by Claude Chendjou

PARIS (Reuters) – The main European stock markets are expected to fall sharply on Friday in the wake of the closing of Wall Street, weighed down by the banking sector after the setbacks of SVB Financial Group, while the imminence of the publication of the monthly report on employment in the United States hardly encourages risk taking.

Index futures suggest a decline of 1.51% for the Dax in Frankfurt, 1.39% for the FTSE 100 in London and 1.82% for the EuroStoxx 50. As for the CAC 40 in Paris, it could decline by 1.6% according to the first indications available.

After the bank specializing in cryptocurrencies Silvergate Capital, which announced its intention to end its activities on Wednesday evening, investors were surprised on Thursday evening by the difficulties of Silicon Valley Bank, a subsidiary of SVB Financial Group, which launched in disaster a capital increase to deal with a liquidity risk, fueling the specter of serious strains on the banking system.

“I think there is speculation that there are broader issues within the US banking system,” said Rob Carnell, an economist at ING.

On the macroeconomic level, investors are awaiting at 13:30 GMT the data from the US Department of Labor on employment for the month of February and a possible revision of the January statistic which had been significantly higher than expected, raising fears of a prolonged monetary tightening. .

The Reuters consensus predicts 200,000 job creations for February after 517,000 in January, an unemployment rate stable at 3.4% and average hourly wages up 0.3% over one month, as in January, but at a slower pace. more sustained over one year (+4.7% against +4.4%).

Fed Chairman Jerome Powell said earlier this week during his hearing before Congress that the magnitude of the interest rate hike for the March 21-22 meeting had yet to be determined. been decided and that it would depend on the data received up to that date.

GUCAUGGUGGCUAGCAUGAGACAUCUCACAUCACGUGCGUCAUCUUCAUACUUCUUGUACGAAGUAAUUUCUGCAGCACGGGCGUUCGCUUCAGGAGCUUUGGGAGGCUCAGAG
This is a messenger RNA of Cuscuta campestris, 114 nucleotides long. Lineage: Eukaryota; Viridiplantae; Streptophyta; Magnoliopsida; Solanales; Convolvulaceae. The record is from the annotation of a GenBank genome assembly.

In Europe, where the monetary policy meeting of the European Central Bank (ECB) is scheduled for March 16, investors will learn at 07:00 GMT of the final German inflation figures for the month of February before those of the whole of the euro zone next Friday.

The latest Reuters survey forecasts the ECB’s deposit rate to peak at 3.75%, higher than the 3.25% peak anticipated in the February survey.


The New York Stock Exchange ended sharply lower Thursday, under the effect of the decline in the banking sector and fears about interest rates.

The Dow Jones index fell 1.66%, or 543.54 points, to 32,254.86 points.

The broader S&P-500 lost 73.69 points, or 1.85%, to 3,918.32 points.

The Nasdaq Composite fell for its part by 237.65 points (2.05%) to 11,338.36 points.

The S&P-500 banking sector fell 6.6%, its weakest since last October, as investors turned their backs on it after SVB Financial Group (-60%) launched a stock sell-off to replenish its cash flow. JP Morgan Chase & Co lost 5.4% and Citigroup 4.1%.


On the Tokyo Stock Exchange, the Nikkei index ended down 1.67% at 28,143.97 points and the broader Topix fell 1.91% at 2,031.58 points.

The Bank of Japan (BoJ) left its monetary policy unchanged on Friday with a target for short-term rates at -0.1%, while its governor, Haruhiko Kuroda, is due to leave office in April.

In China, the SSE Composite of Shanghai dropped 1.1% and the CSI 300 lost 1.01%, while Chinese President Xi Jinping obtained from Parliament a historic third term of five years at the head of the country.


US bond yields fall sharply in the wake of data release showing a five-month record in the number of weekly jobless claims in the United States: that of ten years drops 10.1 basis points, to 3.82% , and the two-year-old 11.2 points, at 4.78%.

The likelihood of a 50 basis point Fed rate hike this month has fallen to 50% from nearly 70% before the new data.

In Japan, the 10-year JGB yield fell intraday to 0.391% after the BoJ decided not to change its yield curve control (YCC) policy before Kazuo Ueda took office. next month will be succeeded by the current governor, Haruhiko Kuroda.


The dollar is stable (+0.07%) against a basket of benchmark currencies, while the euro is trading at 1.058 (0.01%) after the unexpected figures for weekly jobless claims in the United States.

The Japanese currency is trading at 136.83 yen per dollar, penalized by the status quo decided by the BoJ.


Oil prices fell for the fourth session in a row, heading for their biggest weekly drop in five weeks on the prospect of a rise in interest rates in the United States which could weigh on demand.

Brent fell 0.45% to 81.22 dollars a barrel and US light crude (West Texas Intermediate, WTI) 0.71% to 75.18 dollars.

The two oil benchmarks could lose more than 5.5% this week, which would be their biggest decline since early February.

(Written by Claude Chendjou, edited by Kate Entringer)

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